The Australasian Open Access Support Group (AOASG) was established in 2013 by nine Australian universities that were committed to ensuring that the research outputs of Australia were made available openly with the ultimate aim of optimising the return on investment in research done in Australian Universities
Over the past three years the AOASG has worked to assist researchers, funders, research organisations and libraries by sharing knowledge about and assisting in building capacity for Open Access.
The AOASG now includes all eight New Zealand universities as well as nine Australian universities.
AOASG welcomes the Review of Research Policy and Funding Arrangements for Higher Education, in particular the focus on increasing the impact of the significant investment made by the Commonwealth Government in universities.
Comments from the AOASG follow in relation to Sections 1,2, and 4 of the issues paper.
To achieve industry impact and enable commercialisation, the research outcomes from universities need to be easily discoverable, free online with clear reuse rights, and with linked access to the data that underpins the research.
Recent years have seen the government launch some important initiatives to assist availability of research outputs. AOASG welcomes the policies of the Australian Research Council (ARC) and National Health and Medical Research Council (NHMRC)which recommend Open Access for research outputs from research funded by the Councils. We note that compliance is as yet, unmeasured.
The National Collaborative Research Infrastructure Strategy funded projects (eg ANDS) have significantly improved the infrastructure for access to data from research, although much remains to be done in order for data to consistently be made open. We note that research from Houghton and Gruen finds that:
“Conservatively, we estimate that the value of data in Australia’s public research to be at least $1.9 billion and possibly up to $6 billion a year at current levels of expenditure and activity. Research data curation and sharing might be worth at least $1.8 billion and possibly up to $5.5 billion a year, of which perhaps $1.4 billion to $4.9 billion annually is yet to be realized. Hence, any policy around publicly-funded research data should aim to realise as much of this unrealised value as practicable ”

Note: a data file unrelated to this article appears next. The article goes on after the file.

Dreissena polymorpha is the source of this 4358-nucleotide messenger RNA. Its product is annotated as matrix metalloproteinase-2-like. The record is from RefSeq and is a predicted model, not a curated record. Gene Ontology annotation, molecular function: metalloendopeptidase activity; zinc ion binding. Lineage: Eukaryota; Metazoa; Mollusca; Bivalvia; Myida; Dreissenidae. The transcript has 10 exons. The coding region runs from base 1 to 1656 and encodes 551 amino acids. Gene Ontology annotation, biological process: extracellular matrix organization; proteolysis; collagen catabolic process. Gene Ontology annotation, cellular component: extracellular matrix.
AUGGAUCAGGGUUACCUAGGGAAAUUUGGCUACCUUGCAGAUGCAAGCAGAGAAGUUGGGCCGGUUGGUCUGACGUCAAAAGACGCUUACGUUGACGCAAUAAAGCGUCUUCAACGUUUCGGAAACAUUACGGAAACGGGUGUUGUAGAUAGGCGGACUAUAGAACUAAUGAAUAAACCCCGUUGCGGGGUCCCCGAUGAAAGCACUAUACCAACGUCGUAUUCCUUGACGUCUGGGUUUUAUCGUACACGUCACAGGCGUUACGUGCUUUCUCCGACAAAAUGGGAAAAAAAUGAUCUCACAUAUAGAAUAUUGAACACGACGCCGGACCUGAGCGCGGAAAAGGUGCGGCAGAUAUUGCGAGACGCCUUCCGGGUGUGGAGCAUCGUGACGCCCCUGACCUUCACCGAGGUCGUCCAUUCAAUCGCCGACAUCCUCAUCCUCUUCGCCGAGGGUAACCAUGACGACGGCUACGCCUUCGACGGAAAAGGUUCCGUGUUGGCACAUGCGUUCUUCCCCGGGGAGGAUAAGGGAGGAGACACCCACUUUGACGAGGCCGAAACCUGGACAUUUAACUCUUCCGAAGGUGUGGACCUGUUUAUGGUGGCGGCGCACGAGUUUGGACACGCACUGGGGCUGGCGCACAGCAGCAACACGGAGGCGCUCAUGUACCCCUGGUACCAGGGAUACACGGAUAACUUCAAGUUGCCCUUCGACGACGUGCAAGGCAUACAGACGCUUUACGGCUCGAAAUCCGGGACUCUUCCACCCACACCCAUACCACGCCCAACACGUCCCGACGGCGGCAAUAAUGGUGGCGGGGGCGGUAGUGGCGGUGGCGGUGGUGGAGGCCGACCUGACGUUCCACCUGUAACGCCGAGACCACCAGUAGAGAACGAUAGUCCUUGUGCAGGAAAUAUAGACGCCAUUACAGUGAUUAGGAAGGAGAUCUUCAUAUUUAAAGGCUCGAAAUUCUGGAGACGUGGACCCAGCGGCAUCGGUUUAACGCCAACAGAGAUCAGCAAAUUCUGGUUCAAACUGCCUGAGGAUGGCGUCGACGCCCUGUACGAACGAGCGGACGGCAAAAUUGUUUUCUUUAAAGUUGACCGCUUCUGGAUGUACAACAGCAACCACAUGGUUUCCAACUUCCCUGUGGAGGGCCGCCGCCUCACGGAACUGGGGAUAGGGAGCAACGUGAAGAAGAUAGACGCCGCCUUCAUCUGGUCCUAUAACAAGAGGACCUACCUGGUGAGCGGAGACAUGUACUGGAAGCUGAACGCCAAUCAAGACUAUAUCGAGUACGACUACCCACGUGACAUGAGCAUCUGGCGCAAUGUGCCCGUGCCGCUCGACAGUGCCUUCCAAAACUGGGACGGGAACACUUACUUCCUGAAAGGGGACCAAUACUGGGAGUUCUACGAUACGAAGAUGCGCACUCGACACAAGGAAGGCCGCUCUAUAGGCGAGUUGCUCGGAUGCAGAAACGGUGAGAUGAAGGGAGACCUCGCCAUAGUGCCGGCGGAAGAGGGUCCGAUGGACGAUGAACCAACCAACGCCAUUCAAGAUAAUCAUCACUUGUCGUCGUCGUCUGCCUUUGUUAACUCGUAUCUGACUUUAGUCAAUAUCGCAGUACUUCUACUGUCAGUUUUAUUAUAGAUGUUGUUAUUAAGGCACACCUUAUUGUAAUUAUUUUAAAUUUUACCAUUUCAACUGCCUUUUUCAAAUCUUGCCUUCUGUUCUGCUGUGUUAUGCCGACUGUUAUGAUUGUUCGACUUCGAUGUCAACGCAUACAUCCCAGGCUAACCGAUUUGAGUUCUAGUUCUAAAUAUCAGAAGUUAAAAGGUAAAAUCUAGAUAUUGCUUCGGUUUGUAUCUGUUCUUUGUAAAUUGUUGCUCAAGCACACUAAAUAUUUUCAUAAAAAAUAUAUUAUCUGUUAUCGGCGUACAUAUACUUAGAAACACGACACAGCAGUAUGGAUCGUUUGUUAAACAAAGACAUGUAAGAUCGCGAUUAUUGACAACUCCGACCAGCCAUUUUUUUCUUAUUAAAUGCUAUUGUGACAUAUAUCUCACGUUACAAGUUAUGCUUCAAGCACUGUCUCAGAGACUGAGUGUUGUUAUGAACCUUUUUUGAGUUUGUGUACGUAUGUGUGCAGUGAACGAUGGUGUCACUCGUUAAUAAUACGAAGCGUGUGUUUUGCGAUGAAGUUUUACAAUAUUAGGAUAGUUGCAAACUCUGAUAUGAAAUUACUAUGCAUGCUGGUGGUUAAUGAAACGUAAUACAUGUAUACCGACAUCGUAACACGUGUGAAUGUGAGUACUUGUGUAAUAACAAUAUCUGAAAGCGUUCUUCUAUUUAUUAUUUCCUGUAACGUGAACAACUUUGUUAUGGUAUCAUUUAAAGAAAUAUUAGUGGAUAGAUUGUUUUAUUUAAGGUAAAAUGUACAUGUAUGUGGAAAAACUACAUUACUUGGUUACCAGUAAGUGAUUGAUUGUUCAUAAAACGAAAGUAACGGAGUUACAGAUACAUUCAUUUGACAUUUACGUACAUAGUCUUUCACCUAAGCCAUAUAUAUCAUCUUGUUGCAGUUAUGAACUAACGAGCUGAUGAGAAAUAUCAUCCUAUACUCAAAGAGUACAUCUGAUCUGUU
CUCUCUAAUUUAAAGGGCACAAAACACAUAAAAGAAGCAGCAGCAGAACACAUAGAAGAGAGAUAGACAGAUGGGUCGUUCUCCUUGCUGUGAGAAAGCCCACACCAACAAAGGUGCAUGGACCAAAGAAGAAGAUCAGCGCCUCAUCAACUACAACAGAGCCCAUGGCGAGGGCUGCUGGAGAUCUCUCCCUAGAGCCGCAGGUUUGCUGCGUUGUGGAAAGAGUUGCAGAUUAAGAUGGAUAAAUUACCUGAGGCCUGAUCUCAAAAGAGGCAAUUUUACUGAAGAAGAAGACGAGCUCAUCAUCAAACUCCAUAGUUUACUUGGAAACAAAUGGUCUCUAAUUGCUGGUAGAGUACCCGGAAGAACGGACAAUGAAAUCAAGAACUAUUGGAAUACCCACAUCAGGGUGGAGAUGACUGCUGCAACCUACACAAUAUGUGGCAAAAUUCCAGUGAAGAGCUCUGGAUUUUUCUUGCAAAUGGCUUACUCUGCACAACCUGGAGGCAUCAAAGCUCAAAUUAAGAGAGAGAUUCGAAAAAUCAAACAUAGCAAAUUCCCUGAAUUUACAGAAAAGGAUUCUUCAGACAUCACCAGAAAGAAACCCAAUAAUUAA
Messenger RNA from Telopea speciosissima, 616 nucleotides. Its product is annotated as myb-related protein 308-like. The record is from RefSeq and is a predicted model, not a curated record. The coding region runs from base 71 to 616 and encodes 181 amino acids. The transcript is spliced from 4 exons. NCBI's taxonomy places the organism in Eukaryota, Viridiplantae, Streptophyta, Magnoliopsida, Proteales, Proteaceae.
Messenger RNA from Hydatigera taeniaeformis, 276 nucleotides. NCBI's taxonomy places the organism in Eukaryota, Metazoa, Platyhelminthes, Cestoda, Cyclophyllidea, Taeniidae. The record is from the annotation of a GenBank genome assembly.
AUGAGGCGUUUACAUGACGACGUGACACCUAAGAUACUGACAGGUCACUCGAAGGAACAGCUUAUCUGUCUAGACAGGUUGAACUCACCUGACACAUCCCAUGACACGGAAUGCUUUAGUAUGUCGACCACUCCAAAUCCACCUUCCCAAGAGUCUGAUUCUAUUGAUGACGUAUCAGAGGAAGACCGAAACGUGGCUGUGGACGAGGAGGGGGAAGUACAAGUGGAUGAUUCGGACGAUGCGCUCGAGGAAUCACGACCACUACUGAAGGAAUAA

There will be genuine financial benefit from making research outputs, including data, available on an open access basis.
Research  into the use of research by industry and business associations has found that major barriers include a lack of access to research findings and data. These barriers are compounded by inadequate discoverability of the research. Furthermore, there is as yet inconsistent linking via unique identifiers of researchers (such as ORCiD) to research publications and data
Australian Government policy is underdeveloped in this area, leading to inconsistent practices, limited availability of funded research outputs and sub-optimal industry impact.
Figure 1. The percentage of Australasian Institutions with a mandated deposit for all research publications. There was a marked increase in the number of universities mandating deposit for all types of research publications, with the percentage rising from 16% in 2013 to 37% in 2014. 
In conclusion, factors impeding commercialisation of the research output of Australia’s universities (1.4.1), and barriers to improving research-industry collaboration (1.4.2) include:
- a lack of policy frameworks to ensure research is published openly and is thus available